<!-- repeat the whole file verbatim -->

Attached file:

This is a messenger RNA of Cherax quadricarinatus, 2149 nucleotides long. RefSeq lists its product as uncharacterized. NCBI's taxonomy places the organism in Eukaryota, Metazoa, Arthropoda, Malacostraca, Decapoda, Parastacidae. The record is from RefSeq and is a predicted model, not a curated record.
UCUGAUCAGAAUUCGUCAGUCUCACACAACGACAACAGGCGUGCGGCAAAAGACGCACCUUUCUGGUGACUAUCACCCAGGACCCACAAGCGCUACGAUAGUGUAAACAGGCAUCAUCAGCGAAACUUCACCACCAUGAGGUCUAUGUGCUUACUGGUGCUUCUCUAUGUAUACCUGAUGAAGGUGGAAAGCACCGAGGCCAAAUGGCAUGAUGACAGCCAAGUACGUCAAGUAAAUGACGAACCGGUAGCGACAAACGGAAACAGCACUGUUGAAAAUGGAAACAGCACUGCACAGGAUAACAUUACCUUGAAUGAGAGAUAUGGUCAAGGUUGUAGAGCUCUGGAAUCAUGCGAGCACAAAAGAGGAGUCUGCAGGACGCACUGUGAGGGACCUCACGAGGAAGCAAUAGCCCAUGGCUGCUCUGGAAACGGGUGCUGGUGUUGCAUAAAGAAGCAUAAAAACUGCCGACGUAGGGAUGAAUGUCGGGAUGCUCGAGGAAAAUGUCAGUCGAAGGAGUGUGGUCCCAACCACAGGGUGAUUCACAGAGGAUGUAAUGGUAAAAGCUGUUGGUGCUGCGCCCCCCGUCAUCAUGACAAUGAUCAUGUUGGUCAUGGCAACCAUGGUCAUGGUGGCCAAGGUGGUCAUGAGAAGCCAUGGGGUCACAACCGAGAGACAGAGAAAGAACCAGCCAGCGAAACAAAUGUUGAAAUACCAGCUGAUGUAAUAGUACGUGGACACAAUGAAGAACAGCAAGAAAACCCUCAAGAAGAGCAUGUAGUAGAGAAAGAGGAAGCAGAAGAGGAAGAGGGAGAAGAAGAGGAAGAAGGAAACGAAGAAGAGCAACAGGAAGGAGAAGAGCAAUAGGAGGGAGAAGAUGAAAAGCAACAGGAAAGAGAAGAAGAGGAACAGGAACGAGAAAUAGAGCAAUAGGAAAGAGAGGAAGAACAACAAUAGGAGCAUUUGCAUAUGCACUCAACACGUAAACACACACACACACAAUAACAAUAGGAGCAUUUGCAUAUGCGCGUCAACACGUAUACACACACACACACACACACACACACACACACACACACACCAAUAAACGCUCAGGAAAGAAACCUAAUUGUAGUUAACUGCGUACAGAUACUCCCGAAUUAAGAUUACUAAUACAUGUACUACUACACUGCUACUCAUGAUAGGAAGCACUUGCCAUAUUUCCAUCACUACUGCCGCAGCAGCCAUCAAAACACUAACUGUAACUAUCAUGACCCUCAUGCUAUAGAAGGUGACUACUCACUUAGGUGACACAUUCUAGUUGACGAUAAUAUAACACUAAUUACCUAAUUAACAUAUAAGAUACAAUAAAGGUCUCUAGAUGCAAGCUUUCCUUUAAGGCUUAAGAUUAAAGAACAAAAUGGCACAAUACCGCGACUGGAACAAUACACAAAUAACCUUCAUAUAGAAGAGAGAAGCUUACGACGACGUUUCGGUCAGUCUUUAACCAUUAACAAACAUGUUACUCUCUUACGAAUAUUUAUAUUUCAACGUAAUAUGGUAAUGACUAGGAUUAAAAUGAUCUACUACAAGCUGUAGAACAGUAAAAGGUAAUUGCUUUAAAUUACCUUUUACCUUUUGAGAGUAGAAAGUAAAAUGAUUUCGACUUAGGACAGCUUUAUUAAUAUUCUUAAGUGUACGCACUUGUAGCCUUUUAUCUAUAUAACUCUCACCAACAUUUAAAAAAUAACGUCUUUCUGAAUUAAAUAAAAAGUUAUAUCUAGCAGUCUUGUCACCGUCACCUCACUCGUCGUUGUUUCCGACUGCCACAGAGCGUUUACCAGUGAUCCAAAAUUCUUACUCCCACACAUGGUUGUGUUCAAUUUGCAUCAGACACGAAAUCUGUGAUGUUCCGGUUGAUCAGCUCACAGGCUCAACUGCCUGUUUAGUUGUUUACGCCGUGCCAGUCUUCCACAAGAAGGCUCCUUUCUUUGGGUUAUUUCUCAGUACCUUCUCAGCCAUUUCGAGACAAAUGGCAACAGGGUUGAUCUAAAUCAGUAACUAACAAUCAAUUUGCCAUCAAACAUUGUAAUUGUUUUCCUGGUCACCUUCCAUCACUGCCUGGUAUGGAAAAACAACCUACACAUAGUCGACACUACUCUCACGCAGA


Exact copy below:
This is a messenger RNA of Cherax quadricarinatus, 2149 nucleotides long. RefSeq lists its product as uncharacterized. NCBI's taxonomy places the organism in Eukaryota, Metazoa, Arthropoda, Malacostraca, Decapoda, Parastacidae. The record is from RefSeq and is a predicted model, not a curated record.
UCUGAUCAGAAUUCGUCAGUCUCACACAACGACAACAGGCGUGCGGCAAAAGACGCACCUUUCUGGUGACUAUCACCCAGGACCCACAAGCGCUACGAUAGUGUAAACAGGCAUCAUCAGCGAAACUUCACCACCAUGAGGUCUAUGUGCUUACUGGUGCUUCUCUAUGUAUACCUGAUGAAGGUGGAAAGCACCGAGGCCAAAUGGCAUGAUGACAGCCAAGUACGUCAAGUAAAUGACGAACCGGUAGCGACAAACGGAAACAGCACUGUUGAAAAUGGAAACAGCACUGCACAGGAUAACAUUACCUUGAAUGAGAGAUAUGGUCAAGGUUGUAGAGCUCUGGAAUCAUGCGAGCACAAAAGAGGAGUCUGCAGGACGCACUGUGAGGGACCUCACGAGGAAGCAAUAGCCCAUGGCUGCUCUGGAAACGGGUGCUGGUGUUGCAUAAAGAAGCAUAAAAACUGCCGACGUAGGGAUGAAUGUCGGGAUGCUCGAGGAAAAUGUCAGUCGAAGGAGUGUGGUCCCAACCACAGGGUGAUUCACAGAGGAUGUAAUGGUAAAAGCUGUUGGUGCUGCGCCCCCCGUCAUCAUGACAAUGAUCAUGUUGGUCAUGGCAACCAUGGUCAUGGUGGCCAAGGUGGUCAUGAGAAGCCAUGGGGUCACAACCGAGAGACAGAGAAAGAACCAGCCAGCGAAACAAAUGUUGAAAUACCAGCUGAUGUAAUAGUACGUGGACACAAUGAAGAACAGCAAGAAAACCCUCAAGAAGAGCAUGUAGUAGAGAAAGAGGAAGCAGAAGAGGAAGAGGGAGAAGAAGAGGAAGAAGGAAACGAAGAAGAGCAACAGGAAGGAGAAGAGCAAUAGGAGGGAGAAGAUGAAAAGCAACAGGAAAGAGAAGAAGAGGAACAGGAACGAGAAAUAGAGCAAUAGGAAAGAGAGGAAGAACAACAAUAGGAGCAUUUGCAUAUGCACUCAACACGUAAACACACACACACACAAUAACAAUAGGAGCAUUUGCAUAUGCGCGUCAACACGUAUACACACACACACACACACACACACACACACACACACACACCAAUAAACGCUCAGGAAAGAAACCUAAUUGUAGUUAACUGCGUACAGAUACUCCCGAAUUAAGAUUACUAAUACAUGUACUACUACACUGCUACUCAUGAUAGGAAGCACUUGCCAUAUUUCCAUCACUACUGCCGCAGCAGCCAUCAAAACACUAACUGUAACUAUCAUGACCCUCAUGCUAUAGAAGGUGACUACUCACUUAGGUGACACAUUCUAGUUGACGAUAAUAUAACACUAAUUACCUAAUUAACAUAUAAGAUACAAUAAAGGUCUCUAGAUGCAAGCUUUCCUUUAAGGCUUAAGAUUAAAGAACAAAAUGGCACAAUACCGCGACUGGAACAAUACACAAAUAACCUUCAUAUAGAAGAGAGAAGCUUACGACGACGUUUCGGUCAGUCUUUAACCAUUAACAAACAUGUUACUCUCUUACGAAUAUUUAUAUUUCAACGUAAUAUGGUAAUGACUAGGAUUAAAAUGAUCUACUACAAGCUGUAGAACAGUAAAAGGUAAUUGCUUUAAAUUACCUUUUACCUUUUGAGAGUAGAAAGUAAAAUGAUUUCGACUUAGGACAGCUUUAUUAAUAUUCUUAAGUGUACGCACUUGUAGCCUUUUAUCUAUAUAACUCUCACCAACAUUUAAAAAAUAACGUCUUUCUGAAUUAAAUAAAAAGUUAUAUCUAGCAGUCUUGUCACCGUCACCUCACUCGUCGUUGUUUCCGACUGCCACAGAGCGUUUACCAGUGAUCCAAAAUUCUUACUCCCACACAUGGUUGUGUUCAAUUUGCAUCAGACACGAAAUCUGUGAUGUUCCGGUUGAUCAGCUCACAGGCUCAACUGCCUGUUUAGUUGUUUACGCCGUGCCAGUCUUCCACAAGAAGGCUCCUUUCUUUGGGUUAUUUCUCAGUACCUUCUCAGCCAUUUCGAGACAAAUGGCAACAGGGUUGAUCUAAAUCAGUAACUAACAAUCAAUUUGCCAUCAAACAUUGUAAUUGUUUUCCUGGUCACCUUCCAUCACUGCCUGGUAUGGAAAAACAACCUACACAUAGUCGACACUACUCUCACGCAGA